Events organised by these key communities are all about people, about community, about technology and innovation. Yes, there is space for marketing and business, but that is not where the focus lies or what participants look for. These conferences are not fancy, they do not get much media attention, they do not attract big sponsorship, nor a thousand participants.
But at the same time, they do not have ridiculous keynotes, booths of companies showing the same things over and over again, insubstantial talks about products with little innovation or preachers about how awesome their CLA based community they are building is. Conferences in which most participants are there simply to work. The kind of conferences you attend with little passion to after a while.
There is a group of companies out there that understand how important community focused conferences are. Companies that realise that these events are not just a key activity for those communities that organise them, but also for the participants as individuals and Open Source as a whole.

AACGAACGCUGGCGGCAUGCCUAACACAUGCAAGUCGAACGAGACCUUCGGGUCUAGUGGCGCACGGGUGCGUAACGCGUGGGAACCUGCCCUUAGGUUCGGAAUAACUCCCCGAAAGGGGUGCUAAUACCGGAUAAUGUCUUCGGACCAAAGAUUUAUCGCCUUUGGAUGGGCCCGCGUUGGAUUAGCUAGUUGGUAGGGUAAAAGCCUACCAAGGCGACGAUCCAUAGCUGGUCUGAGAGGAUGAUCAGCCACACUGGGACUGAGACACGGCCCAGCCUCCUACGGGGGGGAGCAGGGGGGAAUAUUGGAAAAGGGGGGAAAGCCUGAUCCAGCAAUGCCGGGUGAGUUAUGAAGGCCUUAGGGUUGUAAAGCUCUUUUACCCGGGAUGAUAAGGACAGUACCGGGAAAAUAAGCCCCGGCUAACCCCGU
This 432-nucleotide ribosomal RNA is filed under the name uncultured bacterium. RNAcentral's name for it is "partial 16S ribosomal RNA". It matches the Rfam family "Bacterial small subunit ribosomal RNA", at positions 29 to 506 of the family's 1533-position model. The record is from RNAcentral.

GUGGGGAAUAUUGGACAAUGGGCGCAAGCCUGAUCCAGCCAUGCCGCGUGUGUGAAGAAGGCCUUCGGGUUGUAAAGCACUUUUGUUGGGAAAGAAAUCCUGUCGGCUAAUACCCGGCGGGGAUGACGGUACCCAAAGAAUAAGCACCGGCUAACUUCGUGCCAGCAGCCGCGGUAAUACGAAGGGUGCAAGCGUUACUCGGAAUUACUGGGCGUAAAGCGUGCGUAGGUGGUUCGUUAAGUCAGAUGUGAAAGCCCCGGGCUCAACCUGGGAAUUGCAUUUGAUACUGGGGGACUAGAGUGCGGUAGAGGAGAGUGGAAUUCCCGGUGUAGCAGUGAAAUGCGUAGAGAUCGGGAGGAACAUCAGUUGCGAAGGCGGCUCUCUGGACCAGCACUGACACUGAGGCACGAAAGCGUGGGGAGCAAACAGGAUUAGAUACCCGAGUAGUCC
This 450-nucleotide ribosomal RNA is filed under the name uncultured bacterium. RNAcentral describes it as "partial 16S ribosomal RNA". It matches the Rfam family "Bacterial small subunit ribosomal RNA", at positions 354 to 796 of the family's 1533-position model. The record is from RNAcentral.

In many cases, these companies do not have a direct interest in what a specific community does, but they support them anyway, because they listen to their employees and support their passion, or simply as way of being fair, giving a little in return for the immense value they get out of the Open Source community. It is not charity, it is justice.
But in most cases, for these companies it is also about business, the hard kind of business, the sustainable one.
Professional growth requires you to think out of the box; to challenge your ideas; to listen to others’ opinions; to learn from the mistakes of your masters; to choose who to follow with care, and to put yourself in front of an audience, justify your decision and its consequences for others. In summary, to learn, with honesty and a critical spirit.